Clicker training is a great way to teach pets positive behaviors. Be sure to use treats your pet likes and keep training sessions short for success!


Herding Tips


As many pet parents know, a bored dog can become a naughty dog. Many behavioral issues can be related to boredom. It is important to keep in mind that most dogs were bred to have a job, like herding sheep or retrieving ducks. Without a job, they have lots of unused energy and brain space. You can capitalize on the job your dog is bred for to keep him entertained. With a few herding tips, you’re dog can easily be on the way to a more fulfilling life!

This article is going to talk about herding and similar activities. Most herding breed dogs and mixes of herded breed dogs show herding tendencies (like nipping heels,grabbing pant legs and pushing their body into you).My Australian shepherds, when bored, have taken up herding humans. This, while entertaining to watch, is not fun when your heels get nipped. So we decided to channel those instincts into herding tips and classes.


Herding is gathering animals into a large group and moving that group. Dogs can herd pretty much any animal, but common ones are sheep and ducks.Most of the dog breeds have a herding style specific to their breed which is usually hard to see at home, but is very easy to spot while they are working. For example australian shepherds herd by nipping the animals heels and leaning their body into the animal. While most dogs have an instinct to herd, they do still need to be trained in order to keep the dog and animals safe.

Most dog owners do not have the experience to train their dog to herd, so you can go to a herding trainer and take classes. Asking around in the local dog community will usually turn up a trainer but the AKC also has a list of herding clubs per state.

If you cannot find a herding trainer near you there is Treiball.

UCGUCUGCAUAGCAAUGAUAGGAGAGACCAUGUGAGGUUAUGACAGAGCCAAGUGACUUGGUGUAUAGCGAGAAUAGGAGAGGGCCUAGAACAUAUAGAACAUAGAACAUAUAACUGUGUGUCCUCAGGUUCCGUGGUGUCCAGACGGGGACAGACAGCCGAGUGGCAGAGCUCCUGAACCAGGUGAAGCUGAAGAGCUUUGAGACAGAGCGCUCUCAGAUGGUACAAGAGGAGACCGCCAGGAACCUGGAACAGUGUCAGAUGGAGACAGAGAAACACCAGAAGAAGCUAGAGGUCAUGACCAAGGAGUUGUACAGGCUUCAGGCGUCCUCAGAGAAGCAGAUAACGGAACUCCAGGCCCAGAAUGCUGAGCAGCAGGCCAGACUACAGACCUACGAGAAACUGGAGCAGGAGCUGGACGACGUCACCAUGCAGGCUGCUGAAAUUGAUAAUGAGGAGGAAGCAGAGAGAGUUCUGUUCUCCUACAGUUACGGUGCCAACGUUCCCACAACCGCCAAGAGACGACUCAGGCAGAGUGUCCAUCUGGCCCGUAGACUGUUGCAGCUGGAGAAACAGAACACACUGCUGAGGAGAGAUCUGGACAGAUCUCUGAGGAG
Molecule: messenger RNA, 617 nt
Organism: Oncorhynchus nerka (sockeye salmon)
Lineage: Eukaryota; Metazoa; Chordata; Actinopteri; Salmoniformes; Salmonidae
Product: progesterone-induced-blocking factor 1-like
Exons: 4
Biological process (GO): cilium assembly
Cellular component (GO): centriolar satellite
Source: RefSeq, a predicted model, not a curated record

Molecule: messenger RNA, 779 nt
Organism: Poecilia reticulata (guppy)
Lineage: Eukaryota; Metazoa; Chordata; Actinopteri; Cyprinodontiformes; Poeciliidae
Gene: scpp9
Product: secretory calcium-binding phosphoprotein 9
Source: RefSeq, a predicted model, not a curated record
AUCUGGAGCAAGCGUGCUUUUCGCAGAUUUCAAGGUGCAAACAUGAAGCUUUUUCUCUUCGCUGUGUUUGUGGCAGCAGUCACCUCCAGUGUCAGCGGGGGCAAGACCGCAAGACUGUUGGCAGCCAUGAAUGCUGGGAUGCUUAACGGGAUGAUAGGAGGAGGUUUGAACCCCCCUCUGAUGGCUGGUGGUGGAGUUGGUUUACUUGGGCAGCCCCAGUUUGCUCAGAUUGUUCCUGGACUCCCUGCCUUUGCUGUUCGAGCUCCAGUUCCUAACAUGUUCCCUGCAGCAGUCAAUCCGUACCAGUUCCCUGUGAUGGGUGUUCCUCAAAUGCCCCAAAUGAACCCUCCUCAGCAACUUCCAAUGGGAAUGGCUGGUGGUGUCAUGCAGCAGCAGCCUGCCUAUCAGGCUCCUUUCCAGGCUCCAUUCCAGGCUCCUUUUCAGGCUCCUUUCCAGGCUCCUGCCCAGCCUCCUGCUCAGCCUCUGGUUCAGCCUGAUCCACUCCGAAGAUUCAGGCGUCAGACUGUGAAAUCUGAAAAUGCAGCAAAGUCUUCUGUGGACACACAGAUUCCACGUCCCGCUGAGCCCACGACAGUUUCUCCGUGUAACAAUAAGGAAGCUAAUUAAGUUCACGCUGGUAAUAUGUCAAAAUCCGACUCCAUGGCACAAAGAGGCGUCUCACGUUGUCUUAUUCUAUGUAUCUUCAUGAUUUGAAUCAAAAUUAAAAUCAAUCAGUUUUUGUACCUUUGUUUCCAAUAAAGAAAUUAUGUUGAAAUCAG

Treiball is a herding game. Instead of herding sheep the dog herds large balls. In treiball you and your dog herd the balls into a soccer net. In competitions the team who does this the fastest wins, but at home you can play however you would like.The dog can use his nose or body to move the ball. One of the benefits of treibball is that you can do it in your own backyard and can (likely) train your dog your own. It is also a great way to work with your dog as a team. There is lots of information on the game and how to train your dog online. This may not be a good option if you have a dog who loves balls, as the large balls can be very fun to bite and pop.

These are two good options to put your dog to work, and keep him entertained. Hopefully you will notice a big change in your now working dog, in my case it was less nipped heels.

3 Things to Do With A New Puppy


Getting a new puppy is a very exciting time. There are so many things to do, like puppy proofing and potty training, that you know will be good for your puppy in the long run. But what other things can you do to make living with your puppy easier and more fun in the future.

The following is a list of three things, that you may not think of, that will make life with your grown up puppy so much easier.